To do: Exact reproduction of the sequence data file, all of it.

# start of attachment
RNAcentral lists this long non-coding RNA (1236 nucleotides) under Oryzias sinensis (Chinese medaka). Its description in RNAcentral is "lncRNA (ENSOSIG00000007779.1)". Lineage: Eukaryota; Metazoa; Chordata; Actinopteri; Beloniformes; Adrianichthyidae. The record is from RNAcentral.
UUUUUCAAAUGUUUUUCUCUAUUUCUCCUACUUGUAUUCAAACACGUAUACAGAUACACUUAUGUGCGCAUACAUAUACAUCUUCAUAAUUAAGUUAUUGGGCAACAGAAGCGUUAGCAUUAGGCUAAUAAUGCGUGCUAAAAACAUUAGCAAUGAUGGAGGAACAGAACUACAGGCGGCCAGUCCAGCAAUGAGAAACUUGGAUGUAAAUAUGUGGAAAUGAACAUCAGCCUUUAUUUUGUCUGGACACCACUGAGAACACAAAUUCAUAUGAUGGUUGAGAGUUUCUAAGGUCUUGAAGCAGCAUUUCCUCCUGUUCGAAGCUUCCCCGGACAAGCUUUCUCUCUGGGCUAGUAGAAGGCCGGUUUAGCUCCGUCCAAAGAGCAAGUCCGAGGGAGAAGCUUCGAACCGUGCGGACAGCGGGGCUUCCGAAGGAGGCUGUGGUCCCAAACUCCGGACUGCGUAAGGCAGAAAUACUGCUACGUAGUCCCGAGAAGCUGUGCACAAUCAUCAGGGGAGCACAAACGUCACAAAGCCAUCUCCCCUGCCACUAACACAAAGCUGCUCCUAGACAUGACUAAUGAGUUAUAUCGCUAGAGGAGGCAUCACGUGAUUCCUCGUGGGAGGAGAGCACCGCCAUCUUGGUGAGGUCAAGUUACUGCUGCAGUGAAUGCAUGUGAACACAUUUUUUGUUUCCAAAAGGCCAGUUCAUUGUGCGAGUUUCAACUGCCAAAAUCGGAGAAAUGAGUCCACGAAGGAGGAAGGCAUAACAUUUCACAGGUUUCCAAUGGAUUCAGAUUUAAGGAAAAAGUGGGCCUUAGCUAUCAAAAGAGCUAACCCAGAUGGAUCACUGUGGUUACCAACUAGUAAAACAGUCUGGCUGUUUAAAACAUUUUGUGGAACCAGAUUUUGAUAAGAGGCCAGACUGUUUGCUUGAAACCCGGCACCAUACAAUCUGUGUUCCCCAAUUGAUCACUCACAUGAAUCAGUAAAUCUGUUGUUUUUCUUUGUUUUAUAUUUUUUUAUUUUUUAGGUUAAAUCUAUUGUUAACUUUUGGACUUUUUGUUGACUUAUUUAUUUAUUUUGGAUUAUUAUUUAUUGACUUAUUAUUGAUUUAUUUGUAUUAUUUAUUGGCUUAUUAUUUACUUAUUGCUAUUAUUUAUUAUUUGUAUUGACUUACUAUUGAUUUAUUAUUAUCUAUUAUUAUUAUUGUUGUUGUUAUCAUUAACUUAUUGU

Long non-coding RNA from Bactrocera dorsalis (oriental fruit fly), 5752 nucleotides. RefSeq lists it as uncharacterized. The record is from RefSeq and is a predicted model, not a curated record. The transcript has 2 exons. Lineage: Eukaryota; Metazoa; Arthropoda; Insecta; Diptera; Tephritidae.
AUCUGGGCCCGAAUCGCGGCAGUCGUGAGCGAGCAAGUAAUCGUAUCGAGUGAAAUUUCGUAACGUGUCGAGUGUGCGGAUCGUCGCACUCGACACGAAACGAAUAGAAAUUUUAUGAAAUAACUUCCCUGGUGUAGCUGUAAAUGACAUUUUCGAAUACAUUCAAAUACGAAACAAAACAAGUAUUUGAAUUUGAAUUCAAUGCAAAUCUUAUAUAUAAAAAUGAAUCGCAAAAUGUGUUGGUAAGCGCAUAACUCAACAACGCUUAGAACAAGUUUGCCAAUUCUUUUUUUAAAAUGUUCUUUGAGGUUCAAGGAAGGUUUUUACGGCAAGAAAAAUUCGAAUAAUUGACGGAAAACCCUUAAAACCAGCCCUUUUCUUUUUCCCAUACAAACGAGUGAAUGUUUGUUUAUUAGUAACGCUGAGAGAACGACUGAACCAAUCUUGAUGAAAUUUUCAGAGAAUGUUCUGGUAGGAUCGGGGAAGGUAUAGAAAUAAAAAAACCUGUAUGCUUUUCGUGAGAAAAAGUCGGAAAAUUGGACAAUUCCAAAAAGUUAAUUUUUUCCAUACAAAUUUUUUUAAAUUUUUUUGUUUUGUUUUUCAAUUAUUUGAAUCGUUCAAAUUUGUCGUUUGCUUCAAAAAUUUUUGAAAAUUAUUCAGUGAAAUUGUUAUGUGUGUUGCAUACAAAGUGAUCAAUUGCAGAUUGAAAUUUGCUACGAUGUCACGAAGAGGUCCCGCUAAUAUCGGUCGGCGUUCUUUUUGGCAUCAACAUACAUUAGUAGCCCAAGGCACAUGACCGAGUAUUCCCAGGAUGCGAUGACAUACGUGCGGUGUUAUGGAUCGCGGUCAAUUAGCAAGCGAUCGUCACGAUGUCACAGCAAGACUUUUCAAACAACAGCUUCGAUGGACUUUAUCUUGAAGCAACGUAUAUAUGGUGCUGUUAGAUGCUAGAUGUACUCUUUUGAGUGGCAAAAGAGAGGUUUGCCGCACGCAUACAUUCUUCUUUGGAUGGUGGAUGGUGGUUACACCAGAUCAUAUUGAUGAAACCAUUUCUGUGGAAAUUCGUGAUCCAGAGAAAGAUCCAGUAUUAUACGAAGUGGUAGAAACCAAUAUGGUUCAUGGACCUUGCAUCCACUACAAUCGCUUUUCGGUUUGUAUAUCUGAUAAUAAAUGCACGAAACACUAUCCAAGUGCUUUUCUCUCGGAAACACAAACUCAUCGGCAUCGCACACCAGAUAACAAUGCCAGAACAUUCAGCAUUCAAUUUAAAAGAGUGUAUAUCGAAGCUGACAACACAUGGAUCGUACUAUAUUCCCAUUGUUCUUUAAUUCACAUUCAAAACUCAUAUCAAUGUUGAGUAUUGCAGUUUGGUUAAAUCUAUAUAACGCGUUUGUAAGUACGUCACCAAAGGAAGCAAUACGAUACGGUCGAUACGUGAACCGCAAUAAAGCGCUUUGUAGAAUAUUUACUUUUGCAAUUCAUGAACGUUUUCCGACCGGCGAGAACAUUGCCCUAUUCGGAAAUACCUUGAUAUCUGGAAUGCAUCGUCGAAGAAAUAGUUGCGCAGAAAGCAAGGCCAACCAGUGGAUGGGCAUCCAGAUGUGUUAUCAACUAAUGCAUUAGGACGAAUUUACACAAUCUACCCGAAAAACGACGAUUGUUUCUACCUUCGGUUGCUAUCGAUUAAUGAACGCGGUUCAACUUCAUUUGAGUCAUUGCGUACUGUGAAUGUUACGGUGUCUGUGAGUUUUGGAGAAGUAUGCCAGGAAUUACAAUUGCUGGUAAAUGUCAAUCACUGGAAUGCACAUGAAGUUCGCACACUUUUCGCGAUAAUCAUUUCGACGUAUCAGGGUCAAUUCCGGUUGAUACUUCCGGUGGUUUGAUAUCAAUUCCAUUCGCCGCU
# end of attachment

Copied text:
RNAcentral lists this long non-coding RNA (1236 nucleotides) under Oryzias sinensis (Chinese medaka). Its description in RNAcentral is "lncRNA (ENSOSIG00000007779.1)". Lineage: Eukaryota; Metazoa; Chordata; Actinopteri; Beloniformes; Adrianichthyidae. The record is from RNAcentral.
UUUUUCAAAUGUUUUUCUCUAUUUCUCCUACUUGUAUUCAAACACGUAUACAGAUACACUUAUGUGCGCAUACAUAUACAUCUUCAUAAUUAAGUUAUUGGGCAACAGAAGCGUUAGCAUUAGGCUAAUAAUGCGUGCUAAAAACAUUAGCAAUGAUGGAGGAACAGAACUACAGGCGGCCAGUCCAGCAAUGAGAAACUUGGAUGUAAAUAUGUGGAAAUGAACAUCAGCCUUUAUUUUGUCUGGACACCACUGAGAACACAAAUUCAUAUGAUGGUUGAGAGUUUCUAAGGUCUUGAAGCAGCAUUUCCUCCUGUUCGAAGCUUCCCCGGACAAGCUUUCUCUCUGGGCUAGUAGAAGGCCGGUUUAGCUCCGUCCAAAGAGCAAGUCCGAGGGAGAAGCUUCGAACCGUGCGGACAGCGGGGCUUCCGAAGGAGGCUGUGGUCCCAAACUCCGGACUGCGUAAGGCAGAAAUACUGCUACGUAGUCCCGAGAAGCUGUGCACAAUCAUCAGGGGAGCACAAACGUCACAAAGCCAUCUCCCCUGCCACUAACACAAAGCUGCUCCUAGACAUGACUAAUGAGUUAUAUCGCUAGAGGAGGCAUCACGUGAUUCCUCGUGGGAGGAGAGCACCGCCAUCUUGGUGAGGUCAAGUUACUGCUGCAGUGAAUGCAUGUGAACACAUUUUUUGUUUCCAAAAGGCCAGUUCAUUGUGCGAGUUUCAACUGCCAAAAUCGGAGAAAUGAGUCCACGAAGGAGGAAGGCAUAACAUUUCACAGGUUUCCAAUGGAUUCAGAUUUAAGGAAAAAGUGGGCCUUAGCUAUCAAAAGAGCUAACCCAGAUGGAUCACUGUGGUUACCAACUAGUAAAACAGUCUGGCUGUUUAAAACAUUUUGUGGAACCAGAUUUUGAUAAGAGGCCAGACUGUUUGCUUGAAACCCGGCACCAUACAAUCUGUGUUCCCCAAUUGAUCACUCACAUGAAUCAGUAAAUCUGUUGUUUUUCUUUGUUUUAUAUUUUUUUAUUUUUUAGGUUAAAUCUAUUGUUAACUUUUGGACUUUUUGUUGACUUAUUUAUUUAUUUUGGAUUAUUAUUUAUUGACUUAUUAUUGAUUUAUUUGUAUUAUUUAUUGGCUUAUUAUUUACUUAUUGCUAUUAUUUAUUAUUUGUAUUGACUUACUAUUGAUUUAUUAUUAUCUAUUAUUAUUAUUGUUGUUGUUAUCAUUAACUUAUUGU

Long non-coding RNA from Bactrocera dorsalis (oriental fruit fly), 5752 nucleotides. RefSeq lists it as uncharacterized. The record is from RefSeq and is a predicted model, not a curated record. The transcript has 2 exons. Lineage: Eukaryota; Metazoa; Arthropoda; Insecta; Diptera; Tephritidae.
AUCUGGGCCCGAAUCGCGGCAGUCGUGAGCGAGCAAGUAAUCGUAUCGAGUGAAAUUUCGUAACGUGUCGAGUGUGCGGAUCGUCGCACUCGACACGAAACGAAUAGAAAUUUUAUGAAAUAACUUCCCUGGUGUAGCUGUAAAUGACAUUUUCGAAUACAUUCAAAUACGAAACAAAACAAGUAUUUGAAUUUGAAUUCAAUGCAAAUCUUAUAUAUAAAAAUGAAUCGCAAAAUGUGUUGGUAAGCGCAUAACUCAACAACGCUUAGAACAAGUUUGCCAAUUCUUUUUUUAAAAUGUUCUUUGAGGUUCAAGGAAGGUUUUUACGGCAAGAAAAAUUCGAAUAAUUGACGGAAAACCCUUAAAACCAGCCCUUUUCUUUUUCCCAUACAAACGAGUGAAUGUUUGUUUAUUAGUAACGCUGAGAGAACGACUGAACCAAUCUUGAUGAAAUUUUCAGAGAAUGUUCUGGUAGGAUCGGGGAAGGUAUAGAAAUAAAAAAACCUGUAUGCUUUUCGUGAGAAAAAGUCGGAAAAUUGGACAAUUCCAAAAAGUUAAUUUUUUCCAUACAAAUUUUUUUAAAUUUUUUUGUUUUGUUUUUCAAUUAUUUGAAUCGUUCAAAUUUGUCGUUUGCUUCAAAAAUUUUUGAAAAUUAUUCAGUGAAAUUGUUAUGUGUGUUGCAUACAAAGUGAUCAAUUGCAGAUUGAAAUUUGCUACGAUGUCACGAAGAGGUCCCGCUAAUAUCGGUCGGCGUUCUUUUUGGCAUCAACAUACAUUAGUAGCCCAAGGCACAUGACCGAGUAUUCCCAGGAUGCGAUGACAUACGUGCGGUGUUAUGGAUCGCGGUCAAUUAGCAAGCGAUCGUCACGAUGUCACAGCAAGACUUUUCAAACAACAGCUUCGAUGGACUUUAUCUUGAAGCAACGUAUAUAUGGUGCUGUUAGAUGCUAGAUGUACUCUUUUGAGUGGCAAAAGAGAGGUUUGCCGCACGCAUACAUUCUUCUUUGGAUGGUGGAUGGUGGUUACACCAGAUCAUAUUGAUGAAACCAUUUCUGUGGAAAUUCGUGAUCCAGAGAAAGAUCCAGUAUUAUACGAAGUGGUAGAAACCAAUAUGGUUCAUGGACCUUGCAUCCACUACAAUCGCUUUUCGGUUUGUAUAUCUGAUAAUAAAUGCACGAAACACUAUCCAAGUGCUUUUCUCUCGGAAACACAAACUCAUCGGCAUCGCACACCAGAUAACAAUGCCAGAACAUUCAGCAUUCAAUUUAAAAGAGUGUAUAUCGAAGCUGACAACACAUGGAUCGUACUAUAUUCCCAUUGUUCUUUAAUUCACAUUCAAAACUCAUAUCAAUGUUGAGUAUUGCAGUUUGGUUAAAUCUAUAUAACGCGUUUGUAAGUACGUCACCAAAGGAAGCAAUACGAUACGGUCGAUACGUGAACCGCAAUAAAGCGCUUUGUAGAAUAUUUACUUUUGCAAUUCAUGAACGUUUUCCGACCGGCGAGAACAUUGCCCUAUUCGGAAAUACCUUGAUAUCUGGAAUGCAUCGUCGAAGAAAUAGUUGCGCAGAAAGCAAGGCCAACCAGUGGAUGGGCAUCCAGAUGUGUUAUCAACUAAUGCAUUAGGACGAAUUUACACAAUCUACCCGAAAAACGACGAUUGUUUCUACCUUCGGUUGCUAUCGAUUAAUGAACGCGGUUCAACUUCAUUUGAGUCAUUGCGUACUGUGAAUGUUACGGUGUCUGUGAGUUUUGGAGAAGUAUGCCAGGAAUUACAAUUGCUGGUAAAUGUCAAUCACUGGAAUGCACAUGAAGUUCGCACACUUUUCGCGAUAAUCAUUUCGACGUAUCAGGGUCAAUUCCGGUUGAUACUUCCGGUGGUUUGAUAUCAAUUCCAUUCGCCGCU